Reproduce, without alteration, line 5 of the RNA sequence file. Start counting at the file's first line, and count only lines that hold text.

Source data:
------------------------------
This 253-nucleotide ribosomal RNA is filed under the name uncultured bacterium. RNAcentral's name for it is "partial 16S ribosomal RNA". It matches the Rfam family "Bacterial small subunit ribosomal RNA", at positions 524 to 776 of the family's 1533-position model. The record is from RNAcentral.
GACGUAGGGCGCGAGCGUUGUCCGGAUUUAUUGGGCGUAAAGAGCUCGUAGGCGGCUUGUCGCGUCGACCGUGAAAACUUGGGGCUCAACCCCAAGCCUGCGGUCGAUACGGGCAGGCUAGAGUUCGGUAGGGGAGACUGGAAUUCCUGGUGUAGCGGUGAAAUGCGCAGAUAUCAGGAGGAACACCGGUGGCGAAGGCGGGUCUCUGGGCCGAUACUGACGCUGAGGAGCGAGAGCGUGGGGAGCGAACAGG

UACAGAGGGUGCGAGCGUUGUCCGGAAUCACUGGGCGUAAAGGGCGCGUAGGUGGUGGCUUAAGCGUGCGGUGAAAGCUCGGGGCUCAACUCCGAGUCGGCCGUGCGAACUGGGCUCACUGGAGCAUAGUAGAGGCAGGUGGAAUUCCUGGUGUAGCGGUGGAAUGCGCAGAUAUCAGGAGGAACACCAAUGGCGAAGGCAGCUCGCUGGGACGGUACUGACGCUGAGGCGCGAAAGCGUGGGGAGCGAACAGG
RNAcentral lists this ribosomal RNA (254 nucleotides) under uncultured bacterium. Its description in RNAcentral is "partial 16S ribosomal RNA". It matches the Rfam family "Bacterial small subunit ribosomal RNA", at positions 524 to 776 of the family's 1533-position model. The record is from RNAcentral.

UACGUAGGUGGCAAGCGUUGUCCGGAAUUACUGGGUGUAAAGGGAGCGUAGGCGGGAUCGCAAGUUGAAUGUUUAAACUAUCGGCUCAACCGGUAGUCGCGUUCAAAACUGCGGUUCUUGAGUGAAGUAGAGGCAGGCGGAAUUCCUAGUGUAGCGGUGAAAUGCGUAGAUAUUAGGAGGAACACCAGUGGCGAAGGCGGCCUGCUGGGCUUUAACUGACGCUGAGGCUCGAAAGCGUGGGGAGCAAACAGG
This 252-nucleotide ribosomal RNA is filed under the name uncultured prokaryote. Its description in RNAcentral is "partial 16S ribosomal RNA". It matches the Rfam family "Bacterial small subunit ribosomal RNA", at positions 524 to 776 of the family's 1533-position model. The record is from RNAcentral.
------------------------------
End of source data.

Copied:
UACGUAGGUGGCAAGCGUUGUCCGGAAUUACUGGGUGUAAAGGGAGCGUAGGCGGGAUCGCAAGUUGAAUGUUUAAACUAUCGGCUCAACCGGUAGUCGCGUUCAAAACUGCGGUUCUUGAGUGAAGUAGAGGCAGGCGGAAUUCCUAGUGUAGCGGUGAAAUGCGUAGAUAUUAGGAGGAACACCAGUGGCGAAGGCGGCCUGCUGGGCUUUAACUGACGCUGAGGCUCGAAAGCGUGGGGAGCAAACAGG